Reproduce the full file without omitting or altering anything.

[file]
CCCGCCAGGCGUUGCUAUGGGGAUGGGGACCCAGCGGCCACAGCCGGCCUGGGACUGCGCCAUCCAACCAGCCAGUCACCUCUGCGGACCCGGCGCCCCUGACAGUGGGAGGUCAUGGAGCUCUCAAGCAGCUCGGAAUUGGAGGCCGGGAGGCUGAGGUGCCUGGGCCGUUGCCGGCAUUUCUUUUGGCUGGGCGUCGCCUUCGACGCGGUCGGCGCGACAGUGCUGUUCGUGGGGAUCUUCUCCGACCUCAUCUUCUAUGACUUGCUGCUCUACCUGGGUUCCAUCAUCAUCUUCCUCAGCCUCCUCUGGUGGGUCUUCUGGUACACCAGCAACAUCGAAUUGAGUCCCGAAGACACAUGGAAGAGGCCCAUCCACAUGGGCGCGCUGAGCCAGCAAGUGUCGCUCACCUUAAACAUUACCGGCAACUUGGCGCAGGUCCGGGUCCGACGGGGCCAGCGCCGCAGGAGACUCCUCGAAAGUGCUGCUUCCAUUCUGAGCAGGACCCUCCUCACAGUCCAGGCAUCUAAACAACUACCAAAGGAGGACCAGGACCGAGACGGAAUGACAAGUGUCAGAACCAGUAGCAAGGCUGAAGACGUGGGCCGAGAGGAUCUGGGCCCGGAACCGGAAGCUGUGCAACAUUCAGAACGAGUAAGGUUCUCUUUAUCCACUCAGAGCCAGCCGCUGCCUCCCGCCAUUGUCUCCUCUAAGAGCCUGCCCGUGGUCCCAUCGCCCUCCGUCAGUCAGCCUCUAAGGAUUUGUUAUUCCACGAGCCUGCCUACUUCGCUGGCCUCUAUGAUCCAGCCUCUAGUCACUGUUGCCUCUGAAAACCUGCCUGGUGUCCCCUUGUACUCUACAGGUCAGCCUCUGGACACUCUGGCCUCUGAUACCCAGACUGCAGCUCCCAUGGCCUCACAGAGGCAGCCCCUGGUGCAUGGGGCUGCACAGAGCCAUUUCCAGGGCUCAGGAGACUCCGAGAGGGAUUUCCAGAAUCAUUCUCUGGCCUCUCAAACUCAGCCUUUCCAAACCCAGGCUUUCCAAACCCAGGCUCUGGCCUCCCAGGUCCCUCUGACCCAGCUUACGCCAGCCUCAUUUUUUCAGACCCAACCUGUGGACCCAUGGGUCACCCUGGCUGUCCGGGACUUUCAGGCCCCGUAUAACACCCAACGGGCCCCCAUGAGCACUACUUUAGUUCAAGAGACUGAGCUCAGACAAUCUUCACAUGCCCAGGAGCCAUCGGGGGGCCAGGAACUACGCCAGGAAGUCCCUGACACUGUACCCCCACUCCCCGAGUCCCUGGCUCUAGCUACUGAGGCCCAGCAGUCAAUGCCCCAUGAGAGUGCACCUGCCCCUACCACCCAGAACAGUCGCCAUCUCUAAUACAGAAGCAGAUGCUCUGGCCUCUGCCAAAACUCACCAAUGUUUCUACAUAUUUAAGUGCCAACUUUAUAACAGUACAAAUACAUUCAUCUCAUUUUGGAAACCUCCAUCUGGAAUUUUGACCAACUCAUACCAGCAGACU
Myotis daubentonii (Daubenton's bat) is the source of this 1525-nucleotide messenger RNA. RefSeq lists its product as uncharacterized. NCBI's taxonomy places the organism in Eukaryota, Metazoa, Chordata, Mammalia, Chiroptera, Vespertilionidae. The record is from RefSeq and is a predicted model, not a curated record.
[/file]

CCCGCCAGGCGUUGCUAUGGGGAUGGGGACCCAGCGGCCACAGCCGGCCUGGGACUGCGCCAUCCAACCAGCCAGUCACCUCUGCGGACCCGGCGCCCCUGACAGUGGGAGGUCAUGGAGCUCUCAAGCAGCUCGGAAUUGGAGGCCGGGAGGCUGAGGUGCCUGGGCCGUUGCCGGCAUUUCUUUUGGCUGGGCGUCGCCUUCGACGCGGUCGGCGCGACAGUGCUGUUCGUGGGGAUCUUCUCCGACCUCAUCUUCUAUGACUUGCUGCUCUACCUGGGUUCCAUCAUCAUCUUCCUCAGCCUCCUCUGGUGGGUCUUCUGGUACACCAGCAACAUCGAAUUGAGUCCCGAAGACACAUGGAAGAGGCCCAUCCACAUGGGCGCGCUGAGCCAGCAAGUGUCGCUCACCUUAAACAUUACCGGCAACUUGGCGCAGGUCCGGGUCCGACGGGGCCAGCGCCGCAGGAGACUCCUCGAAAGUGCUGCUUCCAUUCUGAGCAGGACCCUCCUCACAGUCCAGGCAUCUAAACAACUACCAAAGGAGGACCAGGACCGAGACGGAAUGACAAGUGUCAGAACCAGUAGCAAGGCUGAAGACGUGGGCCGAGAGGAUCUGGGCCCGGAACCGGAAGCUGUGCAACAUUCAGAACGAGUAAGGUUCUCUUUAUCCACUCAGAGCCAGCCGCUGCCUCCCGCCAUUGUCUCCUCUAAGAGCCUGCCCGUGGUCCCAUCGCCCUCCGUCAGUCAGCCUCUAAGGAUUUGUUAUUCCACGAGCCUGCCUACUUCGCUGGCCUCUAUGAUCCAGCCUCUAGUCACUGUUGCCUCUGAAAACCUGCCUGGUGUCCCCUUGUACUCUACAGGUCAGCCUCUGGACACUCUGGCCUCUGAUACCCAGACUGCAGCUCCCAUGGCCUCACAGAGGCAGCCCCUGGUGCAUGGGGCUGCACAGAGCCAUUUCCAGGGCUCAGGAGACUCCGAGAGGGAUUUCCAGAAUCAUUCUCUGGCCUCUCAAACUCAGCCUUUCCAAACCCAGGCUUUCCAAACCCAGGCUCUGGCCUCCCAGGUCCCUCUGACCCAGCUUACGCCAGCCUCAUUUUUUCAGACCCAACCUGUGGACCCAUGGGUCACCCUGGCUGUCCGGGACUUUCAGGCCCCGUAUAACACCCAACGGGCCCCCAUGAGCACUACUUUAGUUCAAGAGACUGAGCUCAGACAAUCUUCACAUGCCCAGGAGCCAUCGGGGGGCCAGGAACUACGCCAGGAAGUCCCUGACACUGUACCCCCACUCCCCGAGUCCCUGGCUCUAGCUACUGAGGCCCAGCAGUCAAUGCCCCAUGAGAGUGCACCUGCCCCUACCACCCAGAACAGUCGCCAUCUCUAAUACAGAAGCAGAUGCUCUGGCCUCUGCCAAAACUCACCAAUGUUUCUACAUAUUUAAGUGCCAACUUUAUAACAGUACAAAUACAUUCAUCUCAUUUUGGAAACCUCCAUCUGGAAUUUUGACCAACUCAUACCAGCAGACU
Myotis daubentonii (Daubenton's bat) is the source of this 1525-nucleotide messenger RNA. RefSeq lists its product as uncharacterized. NCBI's taxonomy places the organism in Eukaryota, Metazoa, Chordata, Mammalia, Chiroptera, Vespertilionidae. The record is from RefSeq and is a predicted model, not a curated record.